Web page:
Baba Yara Stadium is now ready for CAN 2008.

Wednesday, December 05, 2007

Owabi Dam under threat

CONTINUED sand winning and farming activties in the catchments of the Owabi Dam, which provides portable water to residents of Kumasi, are posing a serious threat to the lifespan of the dam.

Officials feared unless action was taken to stop the development, Kumasi and its residents would face severe water shortage in the near future since the volume of water could reduce heavily.

The sand winners have completely cleared parts of the forest reserve, which protects the Owabi River, which empties into the dam.

The forest prevents siltation as well as rapid evaporation of the water in the dam from the intense sun.

On an inspection tour it was detected that there was serious logging and clearing of the bushes in the catchments to the extent that many big trees have all been cut to pave way for sand winning.

It was also detected that parts of the forest had been cleared and pillars had been erected giving an indication that someone was allocating the plots to prospective developers.

The trend of encroachment if not checked could put the dam in danger in the near future, pre-empting a looming water crisis in Kumasi in the coming years.

The Owabi Dam was built to produce a total of 12million gallons of water a day but it currently produces only about three million gallons a day to supplement that of the Barekese Dam in the provision of pipe borne water for residents of Kumasi and its surrounding areas.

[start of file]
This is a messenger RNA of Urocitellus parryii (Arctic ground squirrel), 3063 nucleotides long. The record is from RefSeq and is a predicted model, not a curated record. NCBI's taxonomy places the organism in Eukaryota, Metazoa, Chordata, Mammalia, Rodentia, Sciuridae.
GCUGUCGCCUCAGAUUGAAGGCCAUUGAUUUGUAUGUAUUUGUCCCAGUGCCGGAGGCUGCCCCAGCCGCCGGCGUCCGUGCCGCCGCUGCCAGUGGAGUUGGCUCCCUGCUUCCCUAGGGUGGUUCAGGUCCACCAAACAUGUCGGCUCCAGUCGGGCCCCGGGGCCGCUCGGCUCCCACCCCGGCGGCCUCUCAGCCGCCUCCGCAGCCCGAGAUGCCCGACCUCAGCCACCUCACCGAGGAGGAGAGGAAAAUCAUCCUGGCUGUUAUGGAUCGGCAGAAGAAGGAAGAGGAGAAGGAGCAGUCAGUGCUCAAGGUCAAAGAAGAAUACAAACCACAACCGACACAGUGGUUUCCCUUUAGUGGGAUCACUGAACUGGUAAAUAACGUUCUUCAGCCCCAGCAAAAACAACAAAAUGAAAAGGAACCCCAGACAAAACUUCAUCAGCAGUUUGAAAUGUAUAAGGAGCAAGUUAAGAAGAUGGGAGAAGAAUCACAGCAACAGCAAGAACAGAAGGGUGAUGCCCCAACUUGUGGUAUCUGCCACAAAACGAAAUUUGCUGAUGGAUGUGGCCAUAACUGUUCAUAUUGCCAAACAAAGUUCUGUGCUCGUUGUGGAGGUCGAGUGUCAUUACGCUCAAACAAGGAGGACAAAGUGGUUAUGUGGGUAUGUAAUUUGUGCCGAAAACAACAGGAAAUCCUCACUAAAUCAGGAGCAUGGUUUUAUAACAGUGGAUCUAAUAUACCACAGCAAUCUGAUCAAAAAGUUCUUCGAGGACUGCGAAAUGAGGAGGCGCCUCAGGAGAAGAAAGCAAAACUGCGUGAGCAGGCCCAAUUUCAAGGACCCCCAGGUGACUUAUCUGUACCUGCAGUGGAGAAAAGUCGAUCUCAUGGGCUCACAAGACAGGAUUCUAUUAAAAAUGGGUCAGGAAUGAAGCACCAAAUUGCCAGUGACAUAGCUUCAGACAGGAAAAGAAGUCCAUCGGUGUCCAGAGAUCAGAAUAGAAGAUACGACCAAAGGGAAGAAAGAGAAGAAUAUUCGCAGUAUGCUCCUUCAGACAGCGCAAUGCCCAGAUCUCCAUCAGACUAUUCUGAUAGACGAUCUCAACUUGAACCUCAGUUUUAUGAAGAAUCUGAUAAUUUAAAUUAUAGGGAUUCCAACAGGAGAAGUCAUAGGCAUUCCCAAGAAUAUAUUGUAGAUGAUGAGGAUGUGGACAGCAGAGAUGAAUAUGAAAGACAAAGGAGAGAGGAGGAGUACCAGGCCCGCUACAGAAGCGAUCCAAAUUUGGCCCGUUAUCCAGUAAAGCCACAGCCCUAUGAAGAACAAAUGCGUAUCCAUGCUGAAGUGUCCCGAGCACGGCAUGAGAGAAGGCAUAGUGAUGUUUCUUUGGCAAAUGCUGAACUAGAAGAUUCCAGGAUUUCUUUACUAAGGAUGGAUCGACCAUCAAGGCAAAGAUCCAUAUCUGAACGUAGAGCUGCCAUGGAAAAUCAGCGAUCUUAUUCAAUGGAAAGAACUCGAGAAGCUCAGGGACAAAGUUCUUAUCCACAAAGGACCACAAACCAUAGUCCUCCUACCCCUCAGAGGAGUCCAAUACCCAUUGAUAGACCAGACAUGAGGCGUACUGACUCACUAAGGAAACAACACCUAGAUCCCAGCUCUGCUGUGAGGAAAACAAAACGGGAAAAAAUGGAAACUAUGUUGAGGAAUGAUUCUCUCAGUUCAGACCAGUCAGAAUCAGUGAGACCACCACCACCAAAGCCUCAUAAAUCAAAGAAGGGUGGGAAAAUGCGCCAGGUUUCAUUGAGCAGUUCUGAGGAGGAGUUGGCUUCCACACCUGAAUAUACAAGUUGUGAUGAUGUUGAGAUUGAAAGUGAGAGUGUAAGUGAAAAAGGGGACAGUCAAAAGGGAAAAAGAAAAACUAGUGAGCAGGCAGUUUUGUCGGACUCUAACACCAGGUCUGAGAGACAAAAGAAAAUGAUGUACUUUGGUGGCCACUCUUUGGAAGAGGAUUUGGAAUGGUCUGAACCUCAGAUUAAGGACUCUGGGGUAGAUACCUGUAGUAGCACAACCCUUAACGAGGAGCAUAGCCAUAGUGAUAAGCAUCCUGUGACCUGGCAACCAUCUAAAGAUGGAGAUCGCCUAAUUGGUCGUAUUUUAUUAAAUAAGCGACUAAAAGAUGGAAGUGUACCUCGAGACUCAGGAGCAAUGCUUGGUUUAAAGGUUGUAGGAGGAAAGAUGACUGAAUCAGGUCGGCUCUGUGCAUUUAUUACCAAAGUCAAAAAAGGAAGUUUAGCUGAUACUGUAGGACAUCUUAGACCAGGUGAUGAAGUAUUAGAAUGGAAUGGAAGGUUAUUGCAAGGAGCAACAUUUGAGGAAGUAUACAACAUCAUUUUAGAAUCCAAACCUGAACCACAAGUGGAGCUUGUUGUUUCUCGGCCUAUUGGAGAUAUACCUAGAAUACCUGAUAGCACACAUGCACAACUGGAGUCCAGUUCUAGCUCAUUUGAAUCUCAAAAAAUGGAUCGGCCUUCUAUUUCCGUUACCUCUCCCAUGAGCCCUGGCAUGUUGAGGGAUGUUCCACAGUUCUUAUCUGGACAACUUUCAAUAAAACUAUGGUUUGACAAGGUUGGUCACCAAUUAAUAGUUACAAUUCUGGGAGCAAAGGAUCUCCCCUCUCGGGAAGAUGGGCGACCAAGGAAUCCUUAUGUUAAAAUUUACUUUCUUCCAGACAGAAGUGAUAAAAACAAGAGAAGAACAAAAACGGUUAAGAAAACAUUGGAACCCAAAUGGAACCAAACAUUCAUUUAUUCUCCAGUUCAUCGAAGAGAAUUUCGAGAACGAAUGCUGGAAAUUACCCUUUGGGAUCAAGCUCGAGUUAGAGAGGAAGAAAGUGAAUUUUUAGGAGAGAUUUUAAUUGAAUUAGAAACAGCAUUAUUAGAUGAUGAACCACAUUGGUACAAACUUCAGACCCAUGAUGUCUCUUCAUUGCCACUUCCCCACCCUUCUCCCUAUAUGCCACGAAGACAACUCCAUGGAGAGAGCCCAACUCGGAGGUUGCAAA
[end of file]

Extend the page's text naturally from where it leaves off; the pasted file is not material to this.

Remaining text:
There were 10 tipper trucks in the catchments being filled with sand to be hauled away at the time of the visit.

It was, however, gathered that an average of 15 tipper trucks were available daily in the catchments to haul sand.

Four different access roads to the catchments had been created by the sand winners and many men were on site at vantage points busily digging for sand at the time of the visit.

A source said the sand winners were mainly from Bokankye, Nyankyereniase and Apatrapa and that the sand winning started about three years ago.

Although the Ghana Water Company Limited (GWCL) had on numerous occasions appealed to neighbouring villages to desist from clearing the forest cover and to discontinue with the sand winning that seems to be falling on deaf ears.

Information gathered indicated that security personnel of the GWCL have on numerous occasions sacked the sand winners from the catchments and seized their equipment yet the practice is unrelenting. The practice is said to have started on a gradual note and was now very vibrant.

For instance a number of houses totalling about 400 are known to have been illegally constructed in the Owabi catchment area and out of this 140 of them were demolished in 1998.

Just before the rest could be razed to the ground, the encroachers obtained a court injunction from a Kumasi High Court to restrain the GWCL and the case had since been pending.

The company subsequently refused to accept any negotiated settlement to the encroachment on the Owabi Dam catchment area to allow the illegal structures built there to remain.

It was gathered that as a result of the activities of the sand winners, any time it rained, polythene materials and sand washed into the dam, polluting it and reducing the depth of the water gradually.

The natives are said to have vowed to continue clearing the forest for farming purposes and sand winning as a means of livelihood unless compensation were paid to them.

They claim compensation for the land has not been paid to them since the construction of the dam and as a result their only source of livelihood depended on the land.

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